There are still some human qualities and tasks that technology can’t replace
Posted On January 2, 2019
Advances in technology are affecting, and in many cases disrupting, pretty much every industry. We all rely on computers now in some form or other, and digital tools and automation are transforming the way we do business while performing many jobs once held by humans.
What about nursing? We always hear that it is one of the few professions where demand is constant. Could robots or artificial intelligence ever replace the tasks performed by a nurse?
Lisa Mestas thinks not. Mestas, Chief Nursing Officer at University of South Alabama Health System and our guest in the latest episode of “What’s Working with Cam Marston,” says there are things nurses provide that she can’t see AI replacing, and one of the main ones is empathy.
While patients expect a skilled level of care wherever they go for healthcare, the difference for many is the human touch and kindness provided by a nurse during a difficult time.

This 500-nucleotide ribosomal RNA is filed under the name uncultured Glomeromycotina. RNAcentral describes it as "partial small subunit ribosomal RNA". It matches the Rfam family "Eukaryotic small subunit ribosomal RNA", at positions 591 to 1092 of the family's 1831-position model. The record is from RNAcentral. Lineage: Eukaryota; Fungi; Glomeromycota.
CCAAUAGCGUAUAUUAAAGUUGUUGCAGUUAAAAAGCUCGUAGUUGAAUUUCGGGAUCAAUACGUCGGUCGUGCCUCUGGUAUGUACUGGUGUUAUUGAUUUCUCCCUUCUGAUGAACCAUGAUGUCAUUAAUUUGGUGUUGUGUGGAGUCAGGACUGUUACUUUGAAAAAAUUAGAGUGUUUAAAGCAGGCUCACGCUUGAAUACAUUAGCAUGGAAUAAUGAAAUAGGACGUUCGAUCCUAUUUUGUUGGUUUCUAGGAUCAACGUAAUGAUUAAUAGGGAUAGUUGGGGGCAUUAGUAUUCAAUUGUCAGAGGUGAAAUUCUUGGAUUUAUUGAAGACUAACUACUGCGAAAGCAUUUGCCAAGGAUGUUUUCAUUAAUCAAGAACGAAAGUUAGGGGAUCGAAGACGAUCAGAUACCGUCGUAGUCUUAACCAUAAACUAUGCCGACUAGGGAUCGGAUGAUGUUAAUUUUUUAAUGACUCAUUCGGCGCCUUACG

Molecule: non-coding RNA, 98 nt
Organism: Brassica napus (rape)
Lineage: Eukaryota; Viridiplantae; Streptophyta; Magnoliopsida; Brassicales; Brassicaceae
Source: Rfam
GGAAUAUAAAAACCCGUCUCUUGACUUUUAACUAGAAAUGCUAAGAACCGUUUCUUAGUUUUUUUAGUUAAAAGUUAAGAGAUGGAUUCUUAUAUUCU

“I believe we’re all here for each other,” Mestas says. “I think that’s what we’re here for – to help each other, to reach out and connect with each other. It’s not to connect with a computer.”
Nurses also provide a level of experience that Mestas isn’t sure AI could replicate. Many times they can see symptoms presented by a patient and already know how to proceed – simply because they’ve seen and dealt with the symptoms before. They also know that many cases that appear similar can in fact be wildly different.
“The human body is so intricate and it’s so miraculous, it takes people who have really seen these things,” she said. “You need people who know people. I don’t believe that in my lifetime anyway that computers are going to be able to do that.”
In a wide-ranging discussion on the industry, Mestas shares with us the demands of the profession, the keys to retention of good nurses, the biggest surprises new nurses get in transitioning from the classroom to the hospital, how longer life expectancies are transforming healthcare, dealing with patients who self-diagnose off the internet, and how the model of healthcare is changing to a team approach.
While advances in technology are making tasks like data collection more efficient and effective, Mestas says she doesn’t see the demand for nurses subsiding anytime soon.
“As the population ages, we need more nurses,” she said. “And as the nursing population ages, we need more replacements.”